Italian Doubts: Merkel Still Trying to Block an ECB President Draghi
With former head of Germany's central bank Axel Weber long-since out of the running, most in Europe see Italian Mario Draghi as a shoo-in for the European Central Bank's top slot. But not Chancellor Angela Merkel. She is increasingly nervous about installing an Italian, and wants Draghi at the IMF instead.
Most of Europe sees it as a sure thing that Mario Draghi, the head of Italy's central bank, will succeed Jean-Claude Trichet as president of the European Central Bank (ECB) this autumn. After all, Draghi's main challenger, Axel Weber, resigned from his post at the head of Germany's Bundesbank in February, essentially ending his candidacy for the ECB top spot.
Sources within Angela Merkel's Chancellery, however, have told SPIEGEL that she is still exploring possibilities to prevent Draghi from becoming the euro zone's top banker. The chancellor, sources say, is considering nominating Draghi as a potential successor to International Monetary Fund head Dominique Strauss-Kahn, who is likely to step down early and run for the French presidency in 2012.
Merkel has few doubts about Draghi's competence. He was an executive director at the World Bank before joining Goldman Sachs in London. Currently, he heads up the Financial Stability Board of the G-20, which is preparing new rules for the financial markets. And European financial experts hold Draghi in high regard.
An Italian at the Helm
But Merkel is concerned that supporting Draghi to head the ECB would be difficult for German voters to swallow. Italy, after all, belongs to that notorious group of highly-indebted euro-zone countries known as the PIIGS. Last year, Merkel backed Vitor Constancio of Portugal to become ECB vice president, a move intended at the time to clear the way for Weber to become president, in accordance with European Union traditions regarding geographical representation. She is now uncomfortable with the idea of an ECB led by two top bankers from wobbly southern European economies.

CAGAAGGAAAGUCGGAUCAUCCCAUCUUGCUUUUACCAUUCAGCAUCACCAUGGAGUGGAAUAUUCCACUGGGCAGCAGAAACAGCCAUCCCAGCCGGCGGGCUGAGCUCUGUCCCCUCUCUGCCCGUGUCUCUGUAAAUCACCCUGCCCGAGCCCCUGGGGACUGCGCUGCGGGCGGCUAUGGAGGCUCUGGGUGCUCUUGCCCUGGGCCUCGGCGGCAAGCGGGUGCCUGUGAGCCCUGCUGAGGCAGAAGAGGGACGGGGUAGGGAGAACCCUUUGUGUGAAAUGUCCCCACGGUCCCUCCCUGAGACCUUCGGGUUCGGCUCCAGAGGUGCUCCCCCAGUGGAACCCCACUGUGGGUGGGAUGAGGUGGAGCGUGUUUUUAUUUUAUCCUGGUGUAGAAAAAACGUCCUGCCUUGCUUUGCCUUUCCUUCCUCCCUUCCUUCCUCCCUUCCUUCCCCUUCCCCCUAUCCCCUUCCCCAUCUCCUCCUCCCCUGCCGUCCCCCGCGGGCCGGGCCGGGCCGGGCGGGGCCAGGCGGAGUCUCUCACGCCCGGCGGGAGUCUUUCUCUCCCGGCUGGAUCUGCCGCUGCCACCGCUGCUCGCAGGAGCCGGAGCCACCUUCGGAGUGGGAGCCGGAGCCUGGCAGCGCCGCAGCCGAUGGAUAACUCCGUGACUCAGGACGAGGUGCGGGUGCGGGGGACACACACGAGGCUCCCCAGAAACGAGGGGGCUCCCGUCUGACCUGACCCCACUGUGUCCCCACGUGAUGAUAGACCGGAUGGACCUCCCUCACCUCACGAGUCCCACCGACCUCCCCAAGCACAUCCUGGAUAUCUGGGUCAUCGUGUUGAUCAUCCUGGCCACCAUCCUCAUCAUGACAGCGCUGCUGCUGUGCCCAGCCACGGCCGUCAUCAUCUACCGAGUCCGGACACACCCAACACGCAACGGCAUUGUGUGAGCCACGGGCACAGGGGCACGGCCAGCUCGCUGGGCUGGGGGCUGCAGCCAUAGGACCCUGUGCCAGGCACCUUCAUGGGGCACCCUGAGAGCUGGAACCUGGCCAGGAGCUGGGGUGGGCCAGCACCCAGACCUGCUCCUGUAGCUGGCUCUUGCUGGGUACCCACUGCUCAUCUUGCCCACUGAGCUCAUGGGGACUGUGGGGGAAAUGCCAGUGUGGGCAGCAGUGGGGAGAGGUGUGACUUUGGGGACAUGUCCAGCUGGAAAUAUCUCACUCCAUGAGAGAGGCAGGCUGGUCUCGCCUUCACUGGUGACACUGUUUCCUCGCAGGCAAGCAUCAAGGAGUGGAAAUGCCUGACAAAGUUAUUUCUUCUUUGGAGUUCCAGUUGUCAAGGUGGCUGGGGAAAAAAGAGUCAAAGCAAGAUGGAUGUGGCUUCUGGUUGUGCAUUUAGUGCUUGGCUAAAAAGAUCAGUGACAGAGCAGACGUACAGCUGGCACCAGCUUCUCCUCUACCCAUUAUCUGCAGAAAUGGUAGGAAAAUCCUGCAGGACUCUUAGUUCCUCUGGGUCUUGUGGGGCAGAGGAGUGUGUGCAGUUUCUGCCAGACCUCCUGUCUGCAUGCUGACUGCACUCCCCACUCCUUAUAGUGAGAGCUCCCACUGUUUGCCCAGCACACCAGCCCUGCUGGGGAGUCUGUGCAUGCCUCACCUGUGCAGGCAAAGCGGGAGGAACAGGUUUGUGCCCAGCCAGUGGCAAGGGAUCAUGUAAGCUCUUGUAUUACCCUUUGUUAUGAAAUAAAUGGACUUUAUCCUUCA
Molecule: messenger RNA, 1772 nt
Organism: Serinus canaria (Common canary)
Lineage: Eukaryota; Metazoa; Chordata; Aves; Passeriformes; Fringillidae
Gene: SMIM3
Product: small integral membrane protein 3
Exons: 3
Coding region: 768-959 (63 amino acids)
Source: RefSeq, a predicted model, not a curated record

Merkel isn't the only one in Germany with such doubts. "Draghi isn't a bad candidate," Klaus-Peter Willsch, a lawmaker with Merkel's Christian Democrats who specializes in budgetary issues, said earlier this week. But his nomination as ECB president, he added, would be a "disastrous signal." Several politicians within the Free Democrats, Merkel's junior coalition partners, are also unhappy with the idea of an Italian at the helm of the ECB.
Still, it seems unlikely that Merkel will be able to block Draghi's ascension. For one, she lacks a candidate of her own -- or at least one that would be taken seriously outside of Germany. For another, Finance Minister Wolfgang Schäuble has already gone on record as supporting Draghi for the position. Sources within his ministry say that there is no one who is more qualified for the job.
Most important, perhaps, is the fact that French President Nicolas Sarkozy has thrown his support behind Draghi. It seems unlikely that Merkel would risk an open confrontation with Paris over the issue.
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